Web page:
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humus

húmus (PO)

Term (Latin for earth) for the totality of almost exclusively dead organic matter soil, which makes up the vast majority of soil organic matter (OBS or SOM = Soil Organic Matter). Around 5% of the OBS also consists of living organic matter, i.e. all living animal (such as woodlice, mites, caterpillars, earthworms, snails and spiders) and vegetable (such as among others) seaweed, Lichens and mosses) organisms, as well microorganisms (Bacteria, fungi). A teaspoon of humus contains 100 million bacteria, 60 kilometers of fungal threads and 1,000 thread worms. The living part of the OBS is also called Edaphon (grch. Edaphos = earth).

The humus is primarily subject to the active activity of the living soil organisms, which continuously contribute to the transformation (humification) through their metabolic activities. A distinction is made between a relatively small proportion of as yet unconverted substance protein and carbohydrates, as well as the predominantly dark colored part of organic compounds, the humic substances. In common usage, both are collectively referred to as humus. Strictly speaking, this only means the already converted organic part. The levels of humification are fluent and therefore an exact delimitation is not possible.

Starting materials for humus formation are plant residues from dead vegetation, fallen leaves, harvest residues, grapes from the thin out, dead root parts, dead microorganisms, excretions of soil animals and green manure (Short-term greening), as well as the supply of organic material such as manure, liquid manure, liquid manure, compost. mulch, Rebholz, manure and rape for the purpose of fertilization, It is only through humification that the organic material becomes a number of nutrients like most of all nitrogen, but also potassium. phosphorus and others released in plant-available form.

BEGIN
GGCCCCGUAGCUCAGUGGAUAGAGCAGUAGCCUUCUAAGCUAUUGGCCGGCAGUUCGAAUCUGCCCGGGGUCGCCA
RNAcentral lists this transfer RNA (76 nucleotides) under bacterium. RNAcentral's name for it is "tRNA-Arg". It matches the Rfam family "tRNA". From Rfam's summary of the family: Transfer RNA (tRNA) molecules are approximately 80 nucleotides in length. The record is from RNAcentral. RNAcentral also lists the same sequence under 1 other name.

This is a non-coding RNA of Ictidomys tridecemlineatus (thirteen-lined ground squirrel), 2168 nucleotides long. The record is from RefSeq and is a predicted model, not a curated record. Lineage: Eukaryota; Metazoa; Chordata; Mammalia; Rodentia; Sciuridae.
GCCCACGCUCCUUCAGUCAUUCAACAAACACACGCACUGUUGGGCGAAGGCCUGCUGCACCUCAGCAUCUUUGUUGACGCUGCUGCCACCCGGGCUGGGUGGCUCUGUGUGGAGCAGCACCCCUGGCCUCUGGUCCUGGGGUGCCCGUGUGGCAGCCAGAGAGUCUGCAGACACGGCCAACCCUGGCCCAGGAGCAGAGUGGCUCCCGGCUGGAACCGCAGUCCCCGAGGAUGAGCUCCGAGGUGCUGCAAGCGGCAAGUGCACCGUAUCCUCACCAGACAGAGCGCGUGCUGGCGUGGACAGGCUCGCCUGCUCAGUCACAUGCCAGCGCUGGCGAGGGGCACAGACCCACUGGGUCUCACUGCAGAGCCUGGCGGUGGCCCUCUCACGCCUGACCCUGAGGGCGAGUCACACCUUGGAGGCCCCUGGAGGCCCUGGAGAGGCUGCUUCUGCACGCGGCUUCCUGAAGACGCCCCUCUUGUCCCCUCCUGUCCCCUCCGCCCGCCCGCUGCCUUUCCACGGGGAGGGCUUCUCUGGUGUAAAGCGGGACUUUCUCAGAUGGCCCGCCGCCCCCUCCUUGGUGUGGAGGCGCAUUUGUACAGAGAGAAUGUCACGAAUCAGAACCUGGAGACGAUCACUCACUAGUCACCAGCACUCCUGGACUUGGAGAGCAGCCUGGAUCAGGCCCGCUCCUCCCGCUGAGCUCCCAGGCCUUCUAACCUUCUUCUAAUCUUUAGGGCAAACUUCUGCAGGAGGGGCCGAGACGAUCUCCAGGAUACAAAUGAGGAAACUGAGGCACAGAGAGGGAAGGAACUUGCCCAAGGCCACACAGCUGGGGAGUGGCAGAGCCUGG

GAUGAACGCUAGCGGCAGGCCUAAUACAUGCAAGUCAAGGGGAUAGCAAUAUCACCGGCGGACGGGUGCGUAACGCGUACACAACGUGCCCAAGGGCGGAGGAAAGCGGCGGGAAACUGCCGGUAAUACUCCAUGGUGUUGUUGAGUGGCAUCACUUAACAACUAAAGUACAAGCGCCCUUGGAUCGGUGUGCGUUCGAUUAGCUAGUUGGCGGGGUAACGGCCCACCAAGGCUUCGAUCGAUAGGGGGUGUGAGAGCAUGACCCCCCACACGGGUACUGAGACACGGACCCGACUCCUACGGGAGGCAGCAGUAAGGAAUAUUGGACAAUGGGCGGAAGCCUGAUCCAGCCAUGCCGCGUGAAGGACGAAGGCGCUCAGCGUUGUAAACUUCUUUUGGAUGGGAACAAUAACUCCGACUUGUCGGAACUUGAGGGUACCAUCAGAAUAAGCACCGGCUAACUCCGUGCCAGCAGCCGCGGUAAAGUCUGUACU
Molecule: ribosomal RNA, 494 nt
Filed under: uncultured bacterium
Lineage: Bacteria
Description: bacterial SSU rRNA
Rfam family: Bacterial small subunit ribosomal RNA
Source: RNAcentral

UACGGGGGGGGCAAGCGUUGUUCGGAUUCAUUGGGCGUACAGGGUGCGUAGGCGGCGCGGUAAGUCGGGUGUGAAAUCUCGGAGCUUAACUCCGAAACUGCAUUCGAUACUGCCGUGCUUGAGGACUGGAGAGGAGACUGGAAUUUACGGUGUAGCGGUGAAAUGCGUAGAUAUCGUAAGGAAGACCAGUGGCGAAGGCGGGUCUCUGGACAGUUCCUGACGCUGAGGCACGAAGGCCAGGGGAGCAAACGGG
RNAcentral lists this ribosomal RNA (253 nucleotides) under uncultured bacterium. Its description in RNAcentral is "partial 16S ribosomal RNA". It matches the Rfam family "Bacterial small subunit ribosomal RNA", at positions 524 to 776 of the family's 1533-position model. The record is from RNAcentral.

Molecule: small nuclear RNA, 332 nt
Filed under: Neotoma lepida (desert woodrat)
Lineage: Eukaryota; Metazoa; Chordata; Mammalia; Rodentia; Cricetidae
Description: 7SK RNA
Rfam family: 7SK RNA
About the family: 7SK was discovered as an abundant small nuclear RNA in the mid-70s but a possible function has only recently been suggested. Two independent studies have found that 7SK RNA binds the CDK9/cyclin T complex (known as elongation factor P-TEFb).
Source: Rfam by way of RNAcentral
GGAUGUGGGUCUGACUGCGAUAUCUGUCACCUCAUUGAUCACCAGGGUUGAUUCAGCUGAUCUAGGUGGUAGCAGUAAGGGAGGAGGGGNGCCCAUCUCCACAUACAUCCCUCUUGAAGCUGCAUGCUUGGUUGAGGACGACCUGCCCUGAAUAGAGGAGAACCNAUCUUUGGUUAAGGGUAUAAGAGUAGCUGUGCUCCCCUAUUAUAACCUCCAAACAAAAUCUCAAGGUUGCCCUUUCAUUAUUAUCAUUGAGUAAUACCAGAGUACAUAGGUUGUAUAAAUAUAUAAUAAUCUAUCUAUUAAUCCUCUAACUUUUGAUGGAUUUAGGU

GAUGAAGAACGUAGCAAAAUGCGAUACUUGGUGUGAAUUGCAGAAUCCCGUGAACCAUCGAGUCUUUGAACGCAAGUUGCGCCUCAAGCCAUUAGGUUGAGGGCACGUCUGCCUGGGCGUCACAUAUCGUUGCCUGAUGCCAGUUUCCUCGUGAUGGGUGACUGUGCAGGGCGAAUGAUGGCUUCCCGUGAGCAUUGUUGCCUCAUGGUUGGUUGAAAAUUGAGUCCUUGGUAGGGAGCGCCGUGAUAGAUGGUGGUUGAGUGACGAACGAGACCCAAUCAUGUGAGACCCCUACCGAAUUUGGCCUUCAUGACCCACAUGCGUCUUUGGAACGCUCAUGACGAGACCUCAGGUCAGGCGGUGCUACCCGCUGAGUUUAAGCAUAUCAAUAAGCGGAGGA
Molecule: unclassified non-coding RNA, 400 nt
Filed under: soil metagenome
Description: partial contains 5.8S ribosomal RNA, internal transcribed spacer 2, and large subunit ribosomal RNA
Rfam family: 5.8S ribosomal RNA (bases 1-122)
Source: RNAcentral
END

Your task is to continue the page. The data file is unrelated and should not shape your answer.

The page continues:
In the Weingartenboden, humus is particularly advantageous in the top layer, the A horizon (see also under soil type ). It improves heatability and thus activates soil life. Humus can weigh up to five times its own weight water save, so that the Water storage capacity is improved. It also increases the risk of leaching out for various nutrients such as potassium. calcium and magnesium reduced. See also under Weingarten Care,

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